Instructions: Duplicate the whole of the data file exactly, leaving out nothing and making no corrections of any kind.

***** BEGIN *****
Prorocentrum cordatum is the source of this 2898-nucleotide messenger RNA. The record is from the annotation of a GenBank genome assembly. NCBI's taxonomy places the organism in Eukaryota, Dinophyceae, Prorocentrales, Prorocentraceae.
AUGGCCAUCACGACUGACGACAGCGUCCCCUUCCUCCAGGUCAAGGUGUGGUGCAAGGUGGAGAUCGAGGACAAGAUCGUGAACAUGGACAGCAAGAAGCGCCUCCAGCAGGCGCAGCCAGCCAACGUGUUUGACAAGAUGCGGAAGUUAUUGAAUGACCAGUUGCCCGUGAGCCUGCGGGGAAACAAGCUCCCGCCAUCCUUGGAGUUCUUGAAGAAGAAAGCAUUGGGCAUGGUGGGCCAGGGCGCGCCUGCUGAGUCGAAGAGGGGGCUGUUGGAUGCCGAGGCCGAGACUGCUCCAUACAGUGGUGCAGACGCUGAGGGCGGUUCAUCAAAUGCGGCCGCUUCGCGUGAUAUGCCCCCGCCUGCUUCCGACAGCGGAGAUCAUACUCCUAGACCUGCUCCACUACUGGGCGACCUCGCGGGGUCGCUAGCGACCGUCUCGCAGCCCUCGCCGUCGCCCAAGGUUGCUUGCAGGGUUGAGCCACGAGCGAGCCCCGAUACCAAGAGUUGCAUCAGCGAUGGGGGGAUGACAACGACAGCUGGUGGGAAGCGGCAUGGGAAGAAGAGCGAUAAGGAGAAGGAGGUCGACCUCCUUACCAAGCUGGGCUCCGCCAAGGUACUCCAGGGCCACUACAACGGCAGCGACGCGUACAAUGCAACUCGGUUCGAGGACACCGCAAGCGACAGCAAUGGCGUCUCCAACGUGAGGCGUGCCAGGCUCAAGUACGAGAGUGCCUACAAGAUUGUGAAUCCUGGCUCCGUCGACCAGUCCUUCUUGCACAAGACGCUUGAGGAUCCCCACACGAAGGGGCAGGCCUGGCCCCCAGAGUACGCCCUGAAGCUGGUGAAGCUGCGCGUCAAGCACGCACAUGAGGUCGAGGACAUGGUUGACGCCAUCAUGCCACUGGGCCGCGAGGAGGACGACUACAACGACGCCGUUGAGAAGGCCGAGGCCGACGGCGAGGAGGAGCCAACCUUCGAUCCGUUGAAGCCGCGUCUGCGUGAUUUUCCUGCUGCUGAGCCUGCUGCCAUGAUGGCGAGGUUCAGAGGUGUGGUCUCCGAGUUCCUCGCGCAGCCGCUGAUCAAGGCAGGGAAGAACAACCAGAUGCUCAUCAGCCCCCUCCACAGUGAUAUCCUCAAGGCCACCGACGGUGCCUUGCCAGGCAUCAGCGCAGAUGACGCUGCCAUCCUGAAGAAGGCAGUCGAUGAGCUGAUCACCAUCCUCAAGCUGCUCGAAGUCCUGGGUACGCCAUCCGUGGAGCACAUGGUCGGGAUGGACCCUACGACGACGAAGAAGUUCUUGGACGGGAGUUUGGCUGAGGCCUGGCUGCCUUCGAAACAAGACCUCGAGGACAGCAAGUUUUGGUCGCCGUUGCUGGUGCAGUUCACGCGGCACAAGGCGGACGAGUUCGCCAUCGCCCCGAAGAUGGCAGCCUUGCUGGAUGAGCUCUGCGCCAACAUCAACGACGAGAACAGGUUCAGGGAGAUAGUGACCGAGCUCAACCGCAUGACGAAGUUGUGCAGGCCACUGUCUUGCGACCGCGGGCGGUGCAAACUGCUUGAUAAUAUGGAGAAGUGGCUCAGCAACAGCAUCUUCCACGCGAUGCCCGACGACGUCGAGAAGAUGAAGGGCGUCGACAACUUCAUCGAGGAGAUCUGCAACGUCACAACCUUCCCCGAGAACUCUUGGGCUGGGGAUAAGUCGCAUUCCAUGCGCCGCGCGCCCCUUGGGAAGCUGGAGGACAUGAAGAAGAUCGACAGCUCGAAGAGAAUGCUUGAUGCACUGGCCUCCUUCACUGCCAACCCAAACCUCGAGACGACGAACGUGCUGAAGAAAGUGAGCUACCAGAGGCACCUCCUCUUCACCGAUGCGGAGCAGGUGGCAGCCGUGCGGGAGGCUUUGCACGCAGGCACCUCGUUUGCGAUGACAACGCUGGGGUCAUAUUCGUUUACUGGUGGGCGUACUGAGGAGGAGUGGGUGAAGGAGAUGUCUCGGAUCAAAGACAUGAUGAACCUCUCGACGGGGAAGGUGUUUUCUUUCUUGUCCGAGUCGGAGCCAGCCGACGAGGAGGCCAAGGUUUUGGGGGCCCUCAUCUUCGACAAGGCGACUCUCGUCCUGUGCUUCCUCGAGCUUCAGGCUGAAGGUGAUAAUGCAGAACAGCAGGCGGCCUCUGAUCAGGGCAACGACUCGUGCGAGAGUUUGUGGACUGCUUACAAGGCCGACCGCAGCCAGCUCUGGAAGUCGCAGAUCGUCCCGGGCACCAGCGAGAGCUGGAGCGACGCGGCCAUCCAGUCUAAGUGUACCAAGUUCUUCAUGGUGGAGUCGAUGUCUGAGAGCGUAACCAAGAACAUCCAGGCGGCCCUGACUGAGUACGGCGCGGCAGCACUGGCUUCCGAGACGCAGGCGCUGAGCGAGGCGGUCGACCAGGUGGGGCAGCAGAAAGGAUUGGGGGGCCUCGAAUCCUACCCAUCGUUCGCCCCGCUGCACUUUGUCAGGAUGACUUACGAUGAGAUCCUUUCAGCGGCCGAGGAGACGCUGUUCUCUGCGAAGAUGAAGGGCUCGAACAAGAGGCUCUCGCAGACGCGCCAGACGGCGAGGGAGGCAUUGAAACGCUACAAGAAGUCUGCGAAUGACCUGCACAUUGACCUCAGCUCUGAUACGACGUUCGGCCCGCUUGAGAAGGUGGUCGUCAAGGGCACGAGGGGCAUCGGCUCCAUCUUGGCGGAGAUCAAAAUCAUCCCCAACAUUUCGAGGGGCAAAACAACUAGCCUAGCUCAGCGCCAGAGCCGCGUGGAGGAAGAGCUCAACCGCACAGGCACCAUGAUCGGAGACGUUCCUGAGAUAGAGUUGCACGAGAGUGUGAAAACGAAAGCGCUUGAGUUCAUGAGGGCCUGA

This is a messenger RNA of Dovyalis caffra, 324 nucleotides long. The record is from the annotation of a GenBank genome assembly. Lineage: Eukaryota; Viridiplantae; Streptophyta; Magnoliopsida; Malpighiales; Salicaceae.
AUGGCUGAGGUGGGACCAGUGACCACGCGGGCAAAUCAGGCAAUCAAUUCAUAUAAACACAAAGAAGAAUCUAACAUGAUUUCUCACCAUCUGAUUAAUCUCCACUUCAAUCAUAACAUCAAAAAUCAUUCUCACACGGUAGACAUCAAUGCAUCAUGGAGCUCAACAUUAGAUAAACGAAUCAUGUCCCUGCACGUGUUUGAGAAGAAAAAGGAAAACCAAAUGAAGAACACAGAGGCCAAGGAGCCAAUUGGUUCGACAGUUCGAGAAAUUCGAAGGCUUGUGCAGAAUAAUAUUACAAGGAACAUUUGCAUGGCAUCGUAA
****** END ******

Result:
Prorocentrum cordatum is the source of this 2898-nucleotide messenger RNA. The record is from the annotation of a GenBank genome assembly. NCBI's taxonomy places the organism in Eukaryota, Dinophyceae, Prorocentrales, Prorocentraceae.
AUGGCCAUCACGACUGACGACAGCGUCCCCUUCCUCCAGGUCAAGGUGUGGUGCAAGGUGGAGAUCGAGGACAAGAUCGUGAACAUGGACAGCAAGAAGCGCCUCCAGCAGGCGCAGCCAGCCAACGUGUUUGACAAGAUGCGGAAGUUAUUGAAUGACCAGUUGCCCGUGAGCCUGCGGGGAAACAAGCUCCCGCCAUCCUUGGAGUUCUUGAAGAAGAAAGCAUUGGGCAUGGUGGGCCAGGGCGCGCCUGCUGAGUCGAAGAGGGGGCUGUUGGAUGCCGAGGCCGAGACUGCUCCAUACAGUGGUGCAGACGCUGAGGGCGGUUCAUCAAAUGCGGCCGCUUCGCGUGAUAUGCCCCCGCCUGCUUCCGACAGCGGAGAUCAUACUCCUAGACCUGCUCCACUACUGGGCGACCUCGCGGGGUCGCUAGCGACCGUCUCGCAGCCCUCGCCGUCGCCCAAGGUUGCUUGCAGGGUUGAGCCACGAGCGAGCCCCGAUACCAAGAGUUGCAUCAGCGAUGGGGGGAUGACAACGACAGCUGGUGGGAAGCGGCAUGGGAAGAAGAGCGAUAAGGAGAAGGAGGUCGACCUCCUUACCAAGCUGGGCUCCGCCAAGGUACUCCAGGGCCACUACAACGGCAGCGACGCGUACAAUGCAACUCGGUUCGAGGACACCGCAAGCGACAGCAAUGGCGUCUCCAACGUGAGGCGUGCCAGGCUCAAGUACGAGAGUGCCUACAAGAUUGUGAAUCCUGGCUCCGUCGACCAGUCCUUCUUGCACAAGACGCUUGAGGAUCCCCACACGAAGGGGCAGGCCUGGCCCCCAGAGUACGCCCUGAAGCUGGUGAAGCUGCGCGUCAAGCACGCACAUGAGGUCGAGGACAUGGUUGACGCCAUCAUGCCACUGGGCCGCGAGGAGGACGACUACAACGACGCCGUUGAGAAGGCCGAGGCCGACGGCGAGGAGGAGCCAACCUUCGAUCCGUUGAAGCCGCGUCUGCGUGAUUUUCCUGCUGCUGAGCCUGCUGCCAUGAUGGCGAGGUUCAGAGGUGUGGUCUCCGAGUUCCUCGCGCAGCCGCUGAUCAAGGCAGGGAAGAACAACCAGAUGCUCAUCAGCCCCCUCCACAGUGAUAUCCUCAAGGCCACCGACGGUGCCUUGCCAGGCAUCAGCGCAGAUGACGCUGCCAUCCUGAAGAAGGCAGUCGAUGAGCUGAUCACCAUCCUCAAGCUGCUCGAAGUCCUGGGUACGCCAUCCGUGGAGCACAUGGUCGGGAUGGACCCUACGACGACGAAGAAGUUCUUGGACGGGAGUUUGGCUGAGGCCUGGCUGCCUUCGAAACAAGACCUCGAGGACAGCAAGUUUUGGUCGCCGUUGCUGGUGCAGUUCACGCGGCACAAGGCGGACGAGUUCGCCAUCGCCCCGAAGAUGGCAGCCUUGCUGGAUGAGCUCUGCGCCAACAUCAACGACGAGAACAGGUUCAGGGAGAUAGUGACCGAGCUCAACCGCAUGACGAAGUUGUGCAGGCCACUGUCUUGCGACCGCGGGCGGUGCAAACUGCUUGAUAAUAUGGAGAAGUGGCUCAGCAACAGCAUCUUCCACGCGAUGCCCGACGACGUCGAGAAGAUGAAGGGCGUCGACAACUUCAUCGAGGAGAUCUGCAACGUCACAACCUUCCCCGAGAACUCUUGGGCUGGGGAUAAGUCGCAUUCCAUGCGCCGCGCGCCCCUUGGGAAGCUGGAGGACAUGAAGAAGAUCGACAGCUCGAAGAGAAUGCUUGAUGCACUGGCCUCCUUCACUGCCAACCCAAACCUCGAGACGACGAACGUGCUGAAGAAAGUGAGCUACCAGAGGCACCUCCUCUUCACCGAUGCGGAGCAGGUGGCAGCCGUGCGGGAGGCUUUGCACGCAGGCACCUCGUUUGCGAUGACAACGCUGGGGUCAUAUUCGUUUACUGGUGGGCGUACUGAGGAGGAGUGGGUGAAGGAGAUGUCUCGGAUCAAAGACAUGAUGAACCUCUCGACGGGGAAGGUGUUUUCUUUCUUGUCCGAGUCGGAGCCAGCCGACGAGGAGGCCAAGGUUUUGGGGGCCCUCAUCUUCGACAAGGCGACUCUCGUCCUGUGCUUCCUCGAGCUUCAGGCUGAAGGUGAUAAUGCAGAACAGCAGGCGGCCUCUGAUCAGGGCAACGACUCGUGCGAGAGUUUGUGGACUGCUUACAAGGCCGACCGCAGCCAGCUCUGGAAGUCGCAGAUCGUCCCGGGCACCAGCGAGAGCUGGAGCGACGCGGCCAUCCAGUCUAAGUGUACCAAGUUCUUCAUGGUGGAGUCGAUGUCUGAGAGCGUAACCAAGAACAUCCAGGCGGCCCUGACUGAGUACGGCGCGGCAGCACUGGCUUCCGAGACGCAGGCGCUGAGCGAGGCGGUCGACCAGGUGGGGCAGCAGAAAGGAUUGGGGGGCCUCGAAUCCUACCCAUCGUUCGCCCCGCUGCACUUUGUCAGGAUGACUUACGAUGAGAUCCUUUCAGCGGCCGAGGAGACGCUGUUCUCUGCGAAGAUGAAGGGCUCGAACAAGAGGCUCUCGCAGACGCGCCAGACGGCGAGGGAGGCAUUGAAACGCUACAAGAAGUCUGCGAAUGACCUGCACAUUGACCUCAGCUCUGAUACGACGUUCGGCCCGCUUGAGAAGGUGGUCGUCAAGGGCACGAGGGGCAUCGGCUCCAUCUUGGCGGAGAUCAAAAUCAUCCCCAACAUUUCGAGGGGCAAAACAACUAGCCUAGCUCAGCGCCAGAGCCGCGUGGAGGAAGAGCUCAACCGCACAGGCACCAUGAUCGGAGACGUUCCUGAGAUAGAGUUGCACGAGAGUGUGAAAACGAAAGCGCUUGAGUUCAUGAGGGCCUGA

This is a messenger RNA of Dovyalis caffra, 324 nucleotides long. The record is from the annotation of a GenBank genome assembly. Lineage: Eukaryota; Viridiplantae; Streptophyta; Magnoliopsida; Malpighiales; Salicaceae.
AUGGCUGAGGUGGGACCAGUGACCACGCGGGCAAAUCAGGCAAUCAAUUCAUAUAAACACAAAGAAGAAUCUAACAUGAUUUCUCACCAUCUGAUUAAUCUCCACUUCAAUCAUAACAUCAAAAAUCAUUCUCACACGGUAGACAUCAAUGCAUCAUGGAGCUCAACAUUAGAUAAACGAAUCAUGUCCCUGCACGUGUUUGAGAAGAAAAAGGAAAACCAAAUGAAGAACACAGAGGCCAAGGAGCCAAUUGGUUCGACAGUUCGAGAAAUUCGAAGGCUUGUGCAGAAUAAUAUUACAAGGAACAUUUGCAUGGCAUCGUAA